Use this URL to cite or link to this record in EThOS: http://ethos.bl.uk/OrderDetails.do?uin=uk.bl.ethos.632221
Title: Application of an elasto-plastic continuum model to problems in geophysics
Author: Crooks, Matthew Stuart
ISNI:       0000 0004 5359 421X
Awarding Body: University of Manchester
Current Institution: University of Manchester
Date of Award: 2014
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Abstract:
A model for stress and strain accumulation in strike slip earthquake faults is presented in which a finite width cuboidal fault region is embedded between two cuboidal tectonic plates. Elasto-plastic continuum constitutive equations model the gouge in the fault and the tectonic plates are linear elastic solids obeying the generalised Hooke's law. The model predicts a velocity field which is comparable to surface deformations. The plastic behaviour of the fault material allows the velocities in the tectonic plate to increase to values which are independent of the distance from the fault. Both of the non-trivial stress and strain components accumulate most significantly in the vicinity of the fault. The release of these strains during a dynamic earthquake event would produce the most severe deformations at the fault which is consistent with observations and the notion of an epicenter. The accumulations in the model, however, are at depths larger than would be expected. Plastic strains build up most significantly at the base of the fault which is in yield for the longest length of time but additionally is subject to larger temperatures which makes the material more ductile. The speed of propagation of the elasto-plastic boundary is calculated and its acceleration towards the surface of the fault may be indicative of a dynamic earthquake type event.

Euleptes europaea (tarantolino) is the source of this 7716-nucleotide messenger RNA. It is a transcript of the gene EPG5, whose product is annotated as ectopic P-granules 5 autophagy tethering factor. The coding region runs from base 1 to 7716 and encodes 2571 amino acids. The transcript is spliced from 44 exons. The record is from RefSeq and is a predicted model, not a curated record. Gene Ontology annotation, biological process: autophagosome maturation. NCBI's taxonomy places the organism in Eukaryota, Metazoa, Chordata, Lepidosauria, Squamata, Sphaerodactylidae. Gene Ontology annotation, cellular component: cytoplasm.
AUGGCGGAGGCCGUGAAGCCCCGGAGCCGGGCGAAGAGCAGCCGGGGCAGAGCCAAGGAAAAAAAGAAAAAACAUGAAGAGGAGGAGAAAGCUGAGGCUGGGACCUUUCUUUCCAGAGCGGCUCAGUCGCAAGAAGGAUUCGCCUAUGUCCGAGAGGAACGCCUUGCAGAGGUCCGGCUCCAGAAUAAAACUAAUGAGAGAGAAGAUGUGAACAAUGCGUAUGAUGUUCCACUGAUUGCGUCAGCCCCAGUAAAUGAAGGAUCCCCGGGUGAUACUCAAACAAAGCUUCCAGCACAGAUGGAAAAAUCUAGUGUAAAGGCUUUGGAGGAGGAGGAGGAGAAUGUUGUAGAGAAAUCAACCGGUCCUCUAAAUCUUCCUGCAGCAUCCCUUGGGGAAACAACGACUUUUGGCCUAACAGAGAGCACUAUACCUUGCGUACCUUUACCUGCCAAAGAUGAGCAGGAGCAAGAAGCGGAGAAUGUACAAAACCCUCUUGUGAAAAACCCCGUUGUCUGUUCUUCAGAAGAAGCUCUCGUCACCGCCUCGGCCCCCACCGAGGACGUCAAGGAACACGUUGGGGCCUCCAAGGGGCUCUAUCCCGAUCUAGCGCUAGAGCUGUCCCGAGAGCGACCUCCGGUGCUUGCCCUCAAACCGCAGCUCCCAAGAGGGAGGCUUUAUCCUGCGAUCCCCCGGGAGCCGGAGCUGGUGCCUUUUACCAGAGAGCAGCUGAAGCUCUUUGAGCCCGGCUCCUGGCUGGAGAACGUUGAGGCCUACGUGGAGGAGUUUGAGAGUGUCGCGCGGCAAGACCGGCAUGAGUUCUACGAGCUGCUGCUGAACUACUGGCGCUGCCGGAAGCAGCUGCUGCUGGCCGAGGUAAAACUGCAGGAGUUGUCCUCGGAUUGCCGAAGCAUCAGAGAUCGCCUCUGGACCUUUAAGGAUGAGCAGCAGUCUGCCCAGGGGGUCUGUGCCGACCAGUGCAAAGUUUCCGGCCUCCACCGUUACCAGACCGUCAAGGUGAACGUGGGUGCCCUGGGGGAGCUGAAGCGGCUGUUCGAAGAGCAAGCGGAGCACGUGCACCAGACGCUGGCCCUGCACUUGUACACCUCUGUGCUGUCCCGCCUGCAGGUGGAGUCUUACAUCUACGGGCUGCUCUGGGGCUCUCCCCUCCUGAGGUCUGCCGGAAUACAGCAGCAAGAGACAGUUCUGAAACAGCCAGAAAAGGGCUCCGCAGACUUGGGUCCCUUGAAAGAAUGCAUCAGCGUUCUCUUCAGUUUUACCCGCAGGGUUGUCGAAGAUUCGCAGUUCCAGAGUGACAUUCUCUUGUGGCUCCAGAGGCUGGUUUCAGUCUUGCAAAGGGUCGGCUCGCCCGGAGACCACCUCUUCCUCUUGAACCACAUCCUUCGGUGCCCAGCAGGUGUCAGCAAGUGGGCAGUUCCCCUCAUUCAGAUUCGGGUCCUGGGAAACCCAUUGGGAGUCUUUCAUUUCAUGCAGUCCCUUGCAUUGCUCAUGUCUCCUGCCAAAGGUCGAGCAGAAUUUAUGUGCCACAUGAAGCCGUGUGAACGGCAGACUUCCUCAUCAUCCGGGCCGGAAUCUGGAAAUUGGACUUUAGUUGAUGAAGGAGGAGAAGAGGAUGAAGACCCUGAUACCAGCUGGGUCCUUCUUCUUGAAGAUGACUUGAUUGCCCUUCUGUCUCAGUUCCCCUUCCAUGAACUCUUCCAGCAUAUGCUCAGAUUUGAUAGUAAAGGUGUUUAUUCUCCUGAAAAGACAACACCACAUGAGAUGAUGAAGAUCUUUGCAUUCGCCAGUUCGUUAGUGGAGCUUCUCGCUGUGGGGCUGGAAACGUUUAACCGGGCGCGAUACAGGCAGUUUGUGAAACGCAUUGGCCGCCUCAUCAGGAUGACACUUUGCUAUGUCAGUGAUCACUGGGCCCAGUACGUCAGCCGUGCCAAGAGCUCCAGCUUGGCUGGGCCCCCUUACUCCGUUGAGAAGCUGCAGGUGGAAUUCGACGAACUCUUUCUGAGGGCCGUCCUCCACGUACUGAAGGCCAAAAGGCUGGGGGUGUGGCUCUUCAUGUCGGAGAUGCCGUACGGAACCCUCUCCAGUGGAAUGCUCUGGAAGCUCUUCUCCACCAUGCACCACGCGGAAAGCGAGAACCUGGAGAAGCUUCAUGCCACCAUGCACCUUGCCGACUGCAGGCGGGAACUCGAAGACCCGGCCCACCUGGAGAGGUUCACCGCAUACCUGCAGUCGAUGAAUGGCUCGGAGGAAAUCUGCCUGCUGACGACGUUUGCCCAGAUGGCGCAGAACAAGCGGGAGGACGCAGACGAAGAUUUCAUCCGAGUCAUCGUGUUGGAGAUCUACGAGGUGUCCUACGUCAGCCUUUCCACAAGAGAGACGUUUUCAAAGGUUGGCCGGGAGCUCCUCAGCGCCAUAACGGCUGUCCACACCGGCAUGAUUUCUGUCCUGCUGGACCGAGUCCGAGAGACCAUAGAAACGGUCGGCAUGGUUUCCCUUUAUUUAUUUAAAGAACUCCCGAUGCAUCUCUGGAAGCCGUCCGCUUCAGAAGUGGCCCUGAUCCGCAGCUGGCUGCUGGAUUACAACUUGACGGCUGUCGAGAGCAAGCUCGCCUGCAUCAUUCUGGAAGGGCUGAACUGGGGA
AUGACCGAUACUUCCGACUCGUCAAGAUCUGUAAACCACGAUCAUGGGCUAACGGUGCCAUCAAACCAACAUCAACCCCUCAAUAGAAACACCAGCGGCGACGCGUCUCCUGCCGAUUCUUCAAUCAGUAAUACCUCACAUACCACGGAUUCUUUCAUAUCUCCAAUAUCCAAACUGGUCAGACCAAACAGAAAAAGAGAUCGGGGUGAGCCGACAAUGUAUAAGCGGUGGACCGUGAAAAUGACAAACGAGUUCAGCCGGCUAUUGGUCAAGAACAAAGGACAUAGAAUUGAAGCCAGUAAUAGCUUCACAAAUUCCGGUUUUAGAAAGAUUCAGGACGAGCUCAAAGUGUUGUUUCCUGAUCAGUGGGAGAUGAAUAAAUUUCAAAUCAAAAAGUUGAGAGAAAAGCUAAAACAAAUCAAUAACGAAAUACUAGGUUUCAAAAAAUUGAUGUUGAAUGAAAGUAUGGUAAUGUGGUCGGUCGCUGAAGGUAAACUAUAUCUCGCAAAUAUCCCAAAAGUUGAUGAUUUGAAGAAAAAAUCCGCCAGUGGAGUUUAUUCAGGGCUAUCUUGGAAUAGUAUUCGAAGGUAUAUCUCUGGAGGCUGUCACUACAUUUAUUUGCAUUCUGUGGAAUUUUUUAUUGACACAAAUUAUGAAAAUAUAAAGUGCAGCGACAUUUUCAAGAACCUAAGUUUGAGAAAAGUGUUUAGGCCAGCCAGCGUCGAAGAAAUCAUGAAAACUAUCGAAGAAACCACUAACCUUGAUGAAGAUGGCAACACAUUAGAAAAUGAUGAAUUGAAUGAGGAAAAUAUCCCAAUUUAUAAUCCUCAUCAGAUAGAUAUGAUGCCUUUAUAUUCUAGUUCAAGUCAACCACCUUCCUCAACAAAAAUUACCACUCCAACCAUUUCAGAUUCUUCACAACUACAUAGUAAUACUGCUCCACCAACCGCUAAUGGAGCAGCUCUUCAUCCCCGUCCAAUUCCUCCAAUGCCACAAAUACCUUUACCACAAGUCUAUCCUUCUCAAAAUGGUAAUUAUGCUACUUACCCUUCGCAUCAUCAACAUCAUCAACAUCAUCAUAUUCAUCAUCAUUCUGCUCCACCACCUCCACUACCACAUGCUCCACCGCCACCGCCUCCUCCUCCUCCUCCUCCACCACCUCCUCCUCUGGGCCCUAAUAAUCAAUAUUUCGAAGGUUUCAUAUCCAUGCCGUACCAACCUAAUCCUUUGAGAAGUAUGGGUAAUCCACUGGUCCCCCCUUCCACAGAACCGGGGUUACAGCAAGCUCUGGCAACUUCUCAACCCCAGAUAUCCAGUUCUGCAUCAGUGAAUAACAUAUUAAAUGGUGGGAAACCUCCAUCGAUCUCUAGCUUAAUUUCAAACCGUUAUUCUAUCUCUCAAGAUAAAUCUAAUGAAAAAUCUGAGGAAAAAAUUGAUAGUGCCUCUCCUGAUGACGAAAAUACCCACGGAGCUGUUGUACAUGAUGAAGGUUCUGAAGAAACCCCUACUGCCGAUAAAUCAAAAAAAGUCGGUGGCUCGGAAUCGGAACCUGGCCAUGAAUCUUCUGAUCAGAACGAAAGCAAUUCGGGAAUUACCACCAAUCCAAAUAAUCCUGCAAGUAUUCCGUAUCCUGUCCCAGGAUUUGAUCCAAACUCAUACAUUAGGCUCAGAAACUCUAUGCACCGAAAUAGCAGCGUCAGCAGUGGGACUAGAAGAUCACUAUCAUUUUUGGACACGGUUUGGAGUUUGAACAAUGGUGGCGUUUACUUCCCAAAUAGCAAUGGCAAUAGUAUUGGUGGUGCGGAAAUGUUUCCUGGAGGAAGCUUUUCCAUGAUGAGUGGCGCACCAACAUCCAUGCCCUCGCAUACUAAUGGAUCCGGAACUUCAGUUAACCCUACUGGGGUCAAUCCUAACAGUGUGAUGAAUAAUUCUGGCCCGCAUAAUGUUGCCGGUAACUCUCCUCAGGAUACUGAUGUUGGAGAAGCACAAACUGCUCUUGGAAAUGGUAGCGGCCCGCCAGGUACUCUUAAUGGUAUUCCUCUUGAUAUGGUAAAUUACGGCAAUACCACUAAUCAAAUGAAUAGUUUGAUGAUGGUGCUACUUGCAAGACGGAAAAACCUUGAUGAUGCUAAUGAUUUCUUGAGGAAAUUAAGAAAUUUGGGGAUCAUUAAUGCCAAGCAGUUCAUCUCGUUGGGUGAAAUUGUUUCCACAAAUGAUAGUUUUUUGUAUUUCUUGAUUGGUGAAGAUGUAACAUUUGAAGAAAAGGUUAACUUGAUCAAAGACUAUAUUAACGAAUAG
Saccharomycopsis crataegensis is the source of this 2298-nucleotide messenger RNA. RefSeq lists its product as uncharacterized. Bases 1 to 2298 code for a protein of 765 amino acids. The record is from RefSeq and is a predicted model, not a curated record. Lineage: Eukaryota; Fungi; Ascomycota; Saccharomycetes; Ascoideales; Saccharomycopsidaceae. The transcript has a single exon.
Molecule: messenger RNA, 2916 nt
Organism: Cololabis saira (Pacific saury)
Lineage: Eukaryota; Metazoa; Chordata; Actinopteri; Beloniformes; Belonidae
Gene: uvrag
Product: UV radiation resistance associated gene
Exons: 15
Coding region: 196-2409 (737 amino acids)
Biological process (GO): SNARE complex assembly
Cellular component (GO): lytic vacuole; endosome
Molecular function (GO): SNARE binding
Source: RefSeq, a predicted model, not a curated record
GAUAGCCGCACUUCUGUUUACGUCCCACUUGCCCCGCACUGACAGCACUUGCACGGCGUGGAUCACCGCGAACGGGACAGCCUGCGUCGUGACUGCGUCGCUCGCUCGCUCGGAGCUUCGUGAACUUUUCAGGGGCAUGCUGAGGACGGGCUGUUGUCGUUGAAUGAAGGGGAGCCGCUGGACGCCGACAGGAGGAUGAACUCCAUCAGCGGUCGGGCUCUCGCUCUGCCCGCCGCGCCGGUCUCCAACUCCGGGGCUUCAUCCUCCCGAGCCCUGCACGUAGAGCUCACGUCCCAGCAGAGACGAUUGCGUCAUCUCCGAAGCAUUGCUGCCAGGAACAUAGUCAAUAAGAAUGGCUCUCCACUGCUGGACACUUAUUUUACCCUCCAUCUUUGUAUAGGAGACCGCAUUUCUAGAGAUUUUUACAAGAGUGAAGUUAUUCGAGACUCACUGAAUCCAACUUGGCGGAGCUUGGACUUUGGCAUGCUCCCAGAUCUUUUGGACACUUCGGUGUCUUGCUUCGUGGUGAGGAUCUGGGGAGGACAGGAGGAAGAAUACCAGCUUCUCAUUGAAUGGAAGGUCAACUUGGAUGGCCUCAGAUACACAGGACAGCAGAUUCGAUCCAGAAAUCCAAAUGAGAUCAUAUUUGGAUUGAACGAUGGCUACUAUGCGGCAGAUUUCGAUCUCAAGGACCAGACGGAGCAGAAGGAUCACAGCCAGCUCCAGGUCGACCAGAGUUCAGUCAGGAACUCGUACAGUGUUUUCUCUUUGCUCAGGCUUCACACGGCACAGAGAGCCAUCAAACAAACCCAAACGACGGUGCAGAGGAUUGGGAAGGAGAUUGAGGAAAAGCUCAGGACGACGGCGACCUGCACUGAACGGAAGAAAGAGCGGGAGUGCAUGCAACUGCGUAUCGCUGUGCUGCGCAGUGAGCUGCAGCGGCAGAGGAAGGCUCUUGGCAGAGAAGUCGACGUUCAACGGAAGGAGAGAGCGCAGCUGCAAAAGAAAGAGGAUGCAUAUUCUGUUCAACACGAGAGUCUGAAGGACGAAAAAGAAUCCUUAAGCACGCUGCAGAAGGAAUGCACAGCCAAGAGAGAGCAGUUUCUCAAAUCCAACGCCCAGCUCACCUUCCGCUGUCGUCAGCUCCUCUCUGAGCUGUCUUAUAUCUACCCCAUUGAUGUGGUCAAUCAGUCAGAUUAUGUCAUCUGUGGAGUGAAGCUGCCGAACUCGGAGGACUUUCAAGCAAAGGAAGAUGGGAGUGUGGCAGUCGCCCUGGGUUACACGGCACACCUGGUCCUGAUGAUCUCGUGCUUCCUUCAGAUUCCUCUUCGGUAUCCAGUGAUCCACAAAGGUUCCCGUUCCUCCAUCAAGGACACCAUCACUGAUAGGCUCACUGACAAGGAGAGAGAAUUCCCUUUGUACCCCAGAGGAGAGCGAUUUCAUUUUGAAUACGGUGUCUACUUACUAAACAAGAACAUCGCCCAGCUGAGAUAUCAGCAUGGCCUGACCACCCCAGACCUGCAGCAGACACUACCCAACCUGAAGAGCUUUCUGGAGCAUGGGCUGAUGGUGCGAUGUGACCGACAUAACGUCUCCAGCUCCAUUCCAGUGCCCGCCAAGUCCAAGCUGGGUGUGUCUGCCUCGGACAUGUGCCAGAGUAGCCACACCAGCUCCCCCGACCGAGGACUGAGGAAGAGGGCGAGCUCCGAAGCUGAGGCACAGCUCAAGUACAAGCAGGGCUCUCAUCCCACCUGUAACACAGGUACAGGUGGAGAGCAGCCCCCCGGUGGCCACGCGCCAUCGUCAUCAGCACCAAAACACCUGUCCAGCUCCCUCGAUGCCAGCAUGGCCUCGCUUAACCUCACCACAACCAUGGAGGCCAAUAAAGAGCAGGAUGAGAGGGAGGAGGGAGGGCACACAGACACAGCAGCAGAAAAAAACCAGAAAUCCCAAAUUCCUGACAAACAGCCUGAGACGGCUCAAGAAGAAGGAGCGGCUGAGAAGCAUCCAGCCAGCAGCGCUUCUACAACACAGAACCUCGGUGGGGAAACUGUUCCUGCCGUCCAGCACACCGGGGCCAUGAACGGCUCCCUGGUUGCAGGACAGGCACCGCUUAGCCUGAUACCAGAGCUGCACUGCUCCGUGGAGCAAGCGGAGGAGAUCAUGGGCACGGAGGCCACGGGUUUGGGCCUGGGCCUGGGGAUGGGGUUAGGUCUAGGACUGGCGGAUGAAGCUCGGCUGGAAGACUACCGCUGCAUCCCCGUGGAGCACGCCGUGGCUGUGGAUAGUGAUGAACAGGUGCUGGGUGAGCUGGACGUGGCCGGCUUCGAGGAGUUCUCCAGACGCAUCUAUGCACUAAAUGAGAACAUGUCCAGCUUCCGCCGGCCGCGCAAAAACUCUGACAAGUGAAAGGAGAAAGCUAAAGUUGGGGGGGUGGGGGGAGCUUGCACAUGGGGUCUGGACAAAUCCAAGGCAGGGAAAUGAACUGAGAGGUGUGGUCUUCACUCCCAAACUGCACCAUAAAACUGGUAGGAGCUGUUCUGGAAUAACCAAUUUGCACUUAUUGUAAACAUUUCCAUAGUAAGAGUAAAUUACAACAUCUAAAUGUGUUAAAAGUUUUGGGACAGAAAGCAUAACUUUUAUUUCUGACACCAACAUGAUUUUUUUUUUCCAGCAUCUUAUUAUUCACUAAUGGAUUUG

Supervisor: Not available Sponsor: Not available
Qualification Name: Thesis (Ph.D.) Qualification Level: Doctoral
EThOS ID: uk.bl.ethos.632221  DOI: Not available
Keywords: elasto-plastic ; finite difference ; curved boundary ; elasto-plastic boundary conditions ; strike-slip earthquake ; corner stress-rate singularity
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